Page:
fast server - the possessor is old, currently we installed the bad Intel patch that started this discussion
GB network switch

mentioning slowness was a bad idea, its not slow - apologies
nappy_dThere are a 1000 ways to skin the technology cat.Commented:
Is the server simply hosting video files or also processing them?

If your server is simply hosting the video files and staff are opening them from the server to edit the files, you may need possibly bond two or more NICs together to improve network i/o from the server.

Make sure you get a RAID controller with at least 1GB NV RAM and a backup battery.

If you want redundancy  consider using RAID-5 array with one or two hot spares.

If you want speed use a RAID-10 array, with 4 4TB SAS drives with one or two hot spares.

The bottleneck could be your 1GB server NIC.

This is just one opinion on your server direction for storage upgrades and performance. :)
IT GuyAuthor Commented:
thanks - any suggestion on what motherboard and CPU
nappy_dThere are a 1000 ways to skin the technology cat.Commented:
Are you building your server or purchasing from Dell/HP/Lenovo?

There are many options available but I personally like these mainstream vendors :)
IT GuyAuthor Commented:
i will be building - thanks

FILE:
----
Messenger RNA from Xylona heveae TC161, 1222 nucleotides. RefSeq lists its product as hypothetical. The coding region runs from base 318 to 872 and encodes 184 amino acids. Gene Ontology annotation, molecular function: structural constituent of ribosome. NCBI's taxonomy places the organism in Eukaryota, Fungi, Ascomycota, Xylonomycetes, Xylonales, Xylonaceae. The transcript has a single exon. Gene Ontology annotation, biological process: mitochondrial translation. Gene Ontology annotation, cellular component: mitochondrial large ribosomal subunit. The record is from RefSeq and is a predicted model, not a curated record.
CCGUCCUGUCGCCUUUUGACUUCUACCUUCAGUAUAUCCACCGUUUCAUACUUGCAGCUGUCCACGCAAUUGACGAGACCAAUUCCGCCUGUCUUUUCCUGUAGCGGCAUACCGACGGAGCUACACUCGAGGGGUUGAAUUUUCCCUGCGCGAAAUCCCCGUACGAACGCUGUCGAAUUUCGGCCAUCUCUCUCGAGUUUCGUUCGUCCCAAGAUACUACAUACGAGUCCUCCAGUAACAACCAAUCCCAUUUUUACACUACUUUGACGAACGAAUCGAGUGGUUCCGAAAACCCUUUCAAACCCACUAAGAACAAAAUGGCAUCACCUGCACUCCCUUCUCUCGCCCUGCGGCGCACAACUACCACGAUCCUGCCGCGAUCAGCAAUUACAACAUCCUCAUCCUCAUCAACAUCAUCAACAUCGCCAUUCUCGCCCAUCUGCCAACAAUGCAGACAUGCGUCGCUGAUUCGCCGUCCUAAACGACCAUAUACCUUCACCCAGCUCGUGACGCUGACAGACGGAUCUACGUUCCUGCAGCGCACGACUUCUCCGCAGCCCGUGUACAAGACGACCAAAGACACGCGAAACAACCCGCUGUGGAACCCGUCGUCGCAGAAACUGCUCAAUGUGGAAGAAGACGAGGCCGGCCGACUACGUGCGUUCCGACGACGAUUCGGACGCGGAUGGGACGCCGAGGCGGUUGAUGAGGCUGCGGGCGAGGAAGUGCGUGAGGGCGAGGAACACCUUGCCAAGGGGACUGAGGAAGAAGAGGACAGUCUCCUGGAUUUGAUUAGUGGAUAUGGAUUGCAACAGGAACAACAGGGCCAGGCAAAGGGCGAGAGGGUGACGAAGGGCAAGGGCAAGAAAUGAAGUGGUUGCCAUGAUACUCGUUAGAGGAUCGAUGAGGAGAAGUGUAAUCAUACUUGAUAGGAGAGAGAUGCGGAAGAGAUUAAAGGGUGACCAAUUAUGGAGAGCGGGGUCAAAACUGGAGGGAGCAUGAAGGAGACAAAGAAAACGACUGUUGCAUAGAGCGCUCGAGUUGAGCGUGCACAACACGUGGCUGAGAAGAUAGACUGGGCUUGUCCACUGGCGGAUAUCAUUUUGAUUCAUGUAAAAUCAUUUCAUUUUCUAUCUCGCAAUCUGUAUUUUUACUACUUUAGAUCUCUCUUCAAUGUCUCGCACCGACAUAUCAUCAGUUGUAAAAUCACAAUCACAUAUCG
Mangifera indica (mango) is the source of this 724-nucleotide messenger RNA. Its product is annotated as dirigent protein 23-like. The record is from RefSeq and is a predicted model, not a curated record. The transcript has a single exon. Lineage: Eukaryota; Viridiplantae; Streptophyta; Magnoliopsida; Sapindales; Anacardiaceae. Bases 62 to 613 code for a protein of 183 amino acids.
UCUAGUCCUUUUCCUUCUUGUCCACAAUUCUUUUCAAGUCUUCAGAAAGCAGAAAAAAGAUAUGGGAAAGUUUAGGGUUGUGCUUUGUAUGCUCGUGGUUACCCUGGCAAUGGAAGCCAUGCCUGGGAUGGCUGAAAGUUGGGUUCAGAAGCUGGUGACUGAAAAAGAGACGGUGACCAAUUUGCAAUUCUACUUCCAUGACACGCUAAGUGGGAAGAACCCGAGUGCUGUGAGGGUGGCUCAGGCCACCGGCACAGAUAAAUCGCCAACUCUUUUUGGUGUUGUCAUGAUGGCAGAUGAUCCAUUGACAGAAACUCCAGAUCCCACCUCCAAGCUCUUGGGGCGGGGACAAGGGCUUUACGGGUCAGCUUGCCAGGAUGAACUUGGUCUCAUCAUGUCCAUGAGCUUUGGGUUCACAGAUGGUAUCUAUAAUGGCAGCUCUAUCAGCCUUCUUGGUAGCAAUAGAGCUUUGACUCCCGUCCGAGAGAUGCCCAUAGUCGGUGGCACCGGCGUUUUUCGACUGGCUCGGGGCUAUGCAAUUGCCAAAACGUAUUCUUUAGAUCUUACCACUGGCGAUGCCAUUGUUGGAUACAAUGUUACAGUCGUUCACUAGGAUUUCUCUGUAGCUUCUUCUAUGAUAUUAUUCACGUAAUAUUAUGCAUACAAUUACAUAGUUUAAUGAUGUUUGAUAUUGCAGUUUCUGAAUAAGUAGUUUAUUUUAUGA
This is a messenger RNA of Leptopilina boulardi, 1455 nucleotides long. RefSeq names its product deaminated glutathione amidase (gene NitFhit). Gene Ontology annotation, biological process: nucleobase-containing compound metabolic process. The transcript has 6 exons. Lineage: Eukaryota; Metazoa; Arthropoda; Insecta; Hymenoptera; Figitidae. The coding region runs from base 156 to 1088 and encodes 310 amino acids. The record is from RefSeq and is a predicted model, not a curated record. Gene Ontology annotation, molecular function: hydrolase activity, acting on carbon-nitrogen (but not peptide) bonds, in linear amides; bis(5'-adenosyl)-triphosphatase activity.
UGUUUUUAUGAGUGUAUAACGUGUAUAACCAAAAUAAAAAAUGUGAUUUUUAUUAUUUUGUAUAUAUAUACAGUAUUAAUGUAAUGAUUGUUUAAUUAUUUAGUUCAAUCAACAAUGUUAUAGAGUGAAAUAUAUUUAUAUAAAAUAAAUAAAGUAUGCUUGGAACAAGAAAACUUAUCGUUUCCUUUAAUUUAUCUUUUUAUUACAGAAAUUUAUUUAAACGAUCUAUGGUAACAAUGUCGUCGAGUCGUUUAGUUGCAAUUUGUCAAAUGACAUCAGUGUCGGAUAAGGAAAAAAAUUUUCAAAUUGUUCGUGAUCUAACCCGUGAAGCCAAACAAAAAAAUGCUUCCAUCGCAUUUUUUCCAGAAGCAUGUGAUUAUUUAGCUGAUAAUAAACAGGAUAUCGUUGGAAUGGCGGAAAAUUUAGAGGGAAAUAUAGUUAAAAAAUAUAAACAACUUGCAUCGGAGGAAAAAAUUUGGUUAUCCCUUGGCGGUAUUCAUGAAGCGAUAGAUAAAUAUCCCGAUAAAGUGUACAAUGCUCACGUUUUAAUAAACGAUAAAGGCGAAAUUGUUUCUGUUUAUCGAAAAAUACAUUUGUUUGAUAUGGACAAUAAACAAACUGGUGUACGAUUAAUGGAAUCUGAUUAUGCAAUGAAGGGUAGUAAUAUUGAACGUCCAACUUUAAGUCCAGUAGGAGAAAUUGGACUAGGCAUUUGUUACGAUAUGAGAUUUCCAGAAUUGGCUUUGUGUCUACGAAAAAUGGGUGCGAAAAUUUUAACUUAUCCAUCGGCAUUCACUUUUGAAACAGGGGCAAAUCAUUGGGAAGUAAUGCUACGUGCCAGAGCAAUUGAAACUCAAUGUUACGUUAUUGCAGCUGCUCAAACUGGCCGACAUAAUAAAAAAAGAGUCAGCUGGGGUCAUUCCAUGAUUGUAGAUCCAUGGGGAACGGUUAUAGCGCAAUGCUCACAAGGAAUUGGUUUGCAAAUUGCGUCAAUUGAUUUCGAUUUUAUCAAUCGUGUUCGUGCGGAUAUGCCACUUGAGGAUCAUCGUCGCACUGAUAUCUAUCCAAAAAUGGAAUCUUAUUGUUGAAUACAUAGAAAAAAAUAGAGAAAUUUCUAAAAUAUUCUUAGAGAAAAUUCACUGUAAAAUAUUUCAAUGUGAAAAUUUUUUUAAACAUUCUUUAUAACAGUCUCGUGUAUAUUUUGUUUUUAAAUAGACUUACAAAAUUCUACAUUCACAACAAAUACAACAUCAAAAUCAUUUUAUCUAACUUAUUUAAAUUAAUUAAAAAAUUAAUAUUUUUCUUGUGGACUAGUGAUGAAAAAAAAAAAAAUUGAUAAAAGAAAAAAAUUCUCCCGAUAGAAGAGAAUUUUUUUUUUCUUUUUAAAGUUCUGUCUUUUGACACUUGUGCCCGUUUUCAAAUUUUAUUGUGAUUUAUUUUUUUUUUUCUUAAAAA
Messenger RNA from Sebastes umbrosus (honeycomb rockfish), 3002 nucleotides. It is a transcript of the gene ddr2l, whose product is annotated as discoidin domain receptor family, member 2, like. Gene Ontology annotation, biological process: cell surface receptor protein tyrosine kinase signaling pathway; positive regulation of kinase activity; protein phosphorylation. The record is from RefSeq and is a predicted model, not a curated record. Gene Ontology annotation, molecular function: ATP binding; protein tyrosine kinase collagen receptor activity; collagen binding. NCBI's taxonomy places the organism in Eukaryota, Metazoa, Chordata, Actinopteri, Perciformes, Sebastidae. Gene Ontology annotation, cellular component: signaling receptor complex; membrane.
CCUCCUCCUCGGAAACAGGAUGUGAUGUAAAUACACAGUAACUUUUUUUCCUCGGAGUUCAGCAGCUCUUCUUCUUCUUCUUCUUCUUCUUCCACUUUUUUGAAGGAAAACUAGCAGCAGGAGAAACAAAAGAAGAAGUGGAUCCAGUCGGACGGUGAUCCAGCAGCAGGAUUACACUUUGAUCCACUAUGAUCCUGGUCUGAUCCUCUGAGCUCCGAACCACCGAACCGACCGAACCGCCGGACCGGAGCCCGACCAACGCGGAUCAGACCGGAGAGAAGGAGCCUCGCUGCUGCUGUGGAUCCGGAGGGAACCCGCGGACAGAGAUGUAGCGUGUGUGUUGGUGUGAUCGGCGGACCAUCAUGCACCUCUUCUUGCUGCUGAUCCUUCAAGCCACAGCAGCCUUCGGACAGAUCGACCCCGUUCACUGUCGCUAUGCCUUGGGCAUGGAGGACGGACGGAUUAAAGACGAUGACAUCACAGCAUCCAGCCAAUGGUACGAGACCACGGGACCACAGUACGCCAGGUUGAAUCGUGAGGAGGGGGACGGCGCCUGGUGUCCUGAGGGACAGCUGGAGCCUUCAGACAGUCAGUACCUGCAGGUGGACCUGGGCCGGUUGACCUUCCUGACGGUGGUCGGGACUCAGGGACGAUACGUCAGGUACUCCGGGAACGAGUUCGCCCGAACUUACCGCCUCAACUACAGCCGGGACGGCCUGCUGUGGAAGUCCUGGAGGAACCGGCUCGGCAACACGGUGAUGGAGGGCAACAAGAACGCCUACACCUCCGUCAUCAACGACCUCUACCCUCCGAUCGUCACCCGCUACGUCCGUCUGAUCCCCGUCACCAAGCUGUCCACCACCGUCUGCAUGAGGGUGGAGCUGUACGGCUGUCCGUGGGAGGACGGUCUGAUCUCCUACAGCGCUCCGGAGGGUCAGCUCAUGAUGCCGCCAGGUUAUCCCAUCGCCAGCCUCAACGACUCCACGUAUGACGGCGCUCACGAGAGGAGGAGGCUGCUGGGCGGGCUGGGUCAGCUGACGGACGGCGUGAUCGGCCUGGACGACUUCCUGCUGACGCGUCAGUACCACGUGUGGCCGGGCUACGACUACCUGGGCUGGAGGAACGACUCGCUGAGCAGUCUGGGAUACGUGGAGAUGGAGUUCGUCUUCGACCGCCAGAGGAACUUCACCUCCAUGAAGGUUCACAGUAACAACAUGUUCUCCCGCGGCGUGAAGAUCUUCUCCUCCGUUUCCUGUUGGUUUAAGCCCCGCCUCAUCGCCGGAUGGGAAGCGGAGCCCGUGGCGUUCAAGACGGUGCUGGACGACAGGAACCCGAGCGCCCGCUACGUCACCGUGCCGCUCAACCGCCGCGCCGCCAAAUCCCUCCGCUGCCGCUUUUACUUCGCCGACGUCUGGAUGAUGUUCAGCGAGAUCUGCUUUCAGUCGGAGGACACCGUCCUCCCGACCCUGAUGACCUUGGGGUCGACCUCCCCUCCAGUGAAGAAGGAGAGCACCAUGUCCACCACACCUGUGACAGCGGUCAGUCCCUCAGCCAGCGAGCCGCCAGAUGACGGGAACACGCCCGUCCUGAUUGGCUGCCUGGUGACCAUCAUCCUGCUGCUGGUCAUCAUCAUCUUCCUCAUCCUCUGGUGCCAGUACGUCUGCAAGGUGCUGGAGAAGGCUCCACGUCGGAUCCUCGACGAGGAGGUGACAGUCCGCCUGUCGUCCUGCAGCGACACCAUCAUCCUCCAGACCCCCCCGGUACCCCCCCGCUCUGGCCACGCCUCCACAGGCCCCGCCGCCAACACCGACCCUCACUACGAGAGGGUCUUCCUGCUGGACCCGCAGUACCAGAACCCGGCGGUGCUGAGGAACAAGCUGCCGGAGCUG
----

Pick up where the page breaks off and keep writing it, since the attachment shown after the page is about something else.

Lee W, MVPTechnology and Business Process AdvisorCommented:
building is not wise. this is a server that runs the business. who are you going to call when the raid array repeatedly goes offline for no apparent reason? the controller company? the motherboard maker? the hard drive maker? and what are you going to do when their diagnostics say there is nothing wrong and refuse to help you anymore? build your workstations if you want. the server should be name brand so you have one number to call and all the parts are validated to work together. yes, it can be more expensive... but consider how much the business can lose if the server is offline for days because of a weird problem that shouldn't be happening.
nappy_dThere are a 1000 ways to skin the technology cat.Commented:
Second that comment above. Consider when you are on vacation who does your company call for support.